Friday, August 19, 2011

The Real Trouble with our Economy: Quicksand

The President and Congress are in economic quicksand.

Throughout his presidency, Obama has often blamed our economic woes on the past president, on a tsunami, on headwinds, on anything other than facing up to his greatest fear, he's in over his head. It seems like he can't get a break. At this point, the more Congress struggles, the deeper we sink.

Whenever our leaders blame outside forces for causing our slump, it only highlights the lack of control they have over our situation. When you shift the blame, you also shift confidence in your abilities away from your person.

True, the President and Congress did inherit some economic problems; but, they also created new ones. When they muscled through the health care reform bill, they spooked a lot of people. They spooked people who are concerned about national debt, eventually forming the Tea Party. Most importantly, they spooked the business community, who have some heavy economic burdens waiting for them in coming years as the full effects of health care reform and other legislation come due.

The Dallas Fed president, Richard Fisher, makes good points about the underlying cause of the slow economy. The problem is not lack of credit or market liquidity. It's not lack of talented labor; in fact, after being unemployed for so long, much of our talent would accept a lower-paying job in their field. It's not lack of entrepreneurial spirit. The problem is that Congress has shifted too many laws too quickly during hard times.

You do that sort of thing when there's money coming out of everybody's ears, when they are out-earning Washington, D.C.'s meddling. You don't do that sort of thing when business is tight.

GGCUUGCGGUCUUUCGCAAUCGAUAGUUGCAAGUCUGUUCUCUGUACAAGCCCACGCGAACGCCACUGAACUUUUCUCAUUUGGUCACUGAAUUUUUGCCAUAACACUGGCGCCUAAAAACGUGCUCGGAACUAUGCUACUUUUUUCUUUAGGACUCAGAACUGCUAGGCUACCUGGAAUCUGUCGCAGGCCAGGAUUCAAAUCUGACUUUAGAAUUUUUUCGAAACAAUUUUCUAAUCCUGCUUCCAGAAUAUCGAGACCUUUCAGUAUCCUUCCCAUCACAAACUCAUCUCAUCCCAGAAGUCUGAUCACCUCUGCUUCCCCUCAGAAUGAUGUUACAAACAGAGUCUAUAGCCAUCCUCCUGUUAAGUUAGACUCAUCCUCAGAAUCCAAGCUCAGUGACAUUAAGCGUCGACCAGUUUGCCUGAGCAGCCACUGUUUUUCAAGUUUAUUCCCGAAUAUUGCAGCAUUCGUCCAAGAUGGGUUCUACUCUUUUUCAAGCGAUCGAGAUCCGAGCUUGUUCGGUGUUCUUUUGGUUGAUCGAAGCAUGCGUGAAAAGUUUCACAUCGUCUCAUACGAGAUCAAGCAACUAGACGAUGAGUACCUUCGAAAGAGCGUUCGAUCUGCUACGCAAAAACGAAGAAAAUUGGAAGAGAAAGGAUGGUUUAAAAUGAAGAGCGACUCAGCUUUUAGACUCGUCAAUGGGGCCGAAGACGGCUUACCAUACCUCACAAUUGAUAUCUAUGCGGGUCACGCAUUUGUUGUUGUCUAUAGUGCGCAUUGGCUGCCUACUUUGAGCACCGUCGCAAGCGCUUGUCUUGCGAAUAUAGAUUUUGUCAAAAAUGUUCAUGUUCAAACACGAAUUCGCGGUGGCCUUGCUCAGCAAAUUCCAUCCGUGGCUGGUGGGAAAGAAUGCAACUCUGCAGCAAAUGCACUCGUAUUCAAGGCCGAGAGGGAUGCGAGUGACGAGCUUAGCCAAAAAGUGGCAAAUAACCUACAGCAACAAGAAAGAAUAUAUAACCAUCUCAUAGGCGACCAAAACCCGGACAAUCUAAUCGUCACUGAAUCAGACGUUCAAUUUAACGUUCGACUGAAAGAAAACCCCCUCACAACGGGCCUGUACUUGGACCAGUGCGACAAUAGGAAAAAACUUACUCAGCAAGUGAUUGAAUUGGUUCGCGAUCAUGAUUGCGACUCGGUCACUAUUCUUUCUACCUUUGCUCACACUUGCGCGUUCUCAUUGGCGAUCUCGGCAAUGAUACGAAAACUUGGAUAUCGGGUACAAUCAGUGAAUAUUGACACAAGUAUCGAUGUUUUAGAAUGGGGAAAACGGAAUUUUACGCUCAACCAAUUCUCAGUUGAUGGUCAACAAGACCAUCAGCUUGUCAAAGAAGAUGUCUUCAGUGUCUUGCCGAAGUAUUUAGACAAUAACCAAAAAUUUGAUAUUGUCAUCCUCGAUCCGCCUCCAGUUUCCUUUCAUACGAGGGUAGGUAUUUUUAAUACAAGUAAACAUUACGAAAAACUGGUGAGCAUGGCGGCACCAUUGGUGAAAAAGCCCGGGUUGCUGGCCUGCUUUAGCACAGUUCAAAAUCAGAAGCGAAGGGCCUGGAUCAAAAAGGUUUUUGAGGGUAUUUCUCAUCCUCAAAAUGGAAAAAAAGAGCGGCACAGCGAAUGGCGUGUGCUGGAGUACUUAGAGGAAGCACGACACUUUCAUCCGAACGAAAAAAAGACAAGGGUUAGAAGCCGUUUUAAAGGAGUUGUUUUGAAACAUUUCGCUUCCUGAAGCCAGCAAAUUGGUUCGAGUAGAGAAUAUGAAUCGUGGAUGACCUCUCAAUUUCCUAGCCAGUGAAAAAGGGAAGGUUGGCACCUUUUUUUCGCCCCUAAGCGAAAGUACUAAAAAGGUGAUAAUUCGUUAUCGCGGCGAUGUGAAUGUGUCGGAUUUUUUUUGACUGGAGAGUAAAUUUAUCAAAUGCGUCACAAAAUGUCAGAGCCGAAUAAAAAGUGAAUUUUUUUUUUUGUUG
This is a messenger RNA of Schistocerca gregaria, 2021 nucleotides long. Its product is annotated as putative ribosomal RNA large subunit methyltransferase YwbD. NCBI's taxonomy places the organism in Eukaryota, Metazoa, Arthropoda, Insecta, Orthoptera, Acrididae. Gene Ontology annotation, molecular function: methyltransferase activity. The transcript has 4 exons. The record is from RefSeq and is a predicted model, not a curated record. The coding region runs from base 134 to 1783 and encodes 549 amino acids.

Business is naturally resilient. If you change one law, they'll adapt and fold the cost into their pricing. However, since the President took office and had a congressional majority in both houses, they ran rampant "fundamentally changing our country." Business will recover eventually; but many of the changes pushed businesses beyond their ability to recover quickly.

The money management skills that make businesses successful in staying afloat is what is also preventing them from hiring people. If they go under, they aren't going to hire anybody ever again. It is in a business's and employee's best interest that they stay in business, even if it means parking their capital until better times.

Many of the laws, spending cuts, and other manipulations were back loaded past the next election. Many of the big costs to business will come due after 2012. Extra employees are future heavy burdens in their minds. It's hard to plan with uncertainties.

Ironically, all the thrashing about that Congress is doing only leads the business community to worry more about their, our, future. Congress is feeding the fear.

All the ingredients for an economic recovery are there. But, our Government is not instilling confidence in our abilities or chances of successfully doing it.

So, every time they pass the buck on why we aren't doing well economically, it reveals to us that they are in quicksand and rapidly sinking over their heads, dragging us along.

If they would just stop and allow business some breathing room from new regulations and costs, it would give business time to figure out what to do next.

The real problem is Congress making "Comprehensive" legislation. They don't just tweak laws here and there; they change everything. Business can't hope to keep up if the rules change every month and require boatloads of lawyers to decipher, so they clam up and hold on to cash to pay for hidden costs and said lawyers.

Keynesian economics might work if we all participate moving money along in the economy; but, when you freak people out, we save rather than spend.

What we need is confidence in a better future. Unfortunately, our present leadership does not inspire that.

What could we specifically do?

  • New management
  • Moratoriums on all major legislation coming due in the next 5 years. Just, hold off until better times.
  • No more new laws that cost state governments (yes, states are hurting too) or businesses more money.
  • Real spending cuts rather than cuts in projected budget growth.
  • Hold off on new taxes (unless it's banks, tax them good). I don't like banks.

I'm not saying do this forever; just until our economy floats enough that we can pull ourselves out of the quicksand. But, I understand how difficult it is to keep the sinking victim calm; the last thing they want to do is stop thrashing around.

Good luck to all of us. Remember, don't panic.

No comments: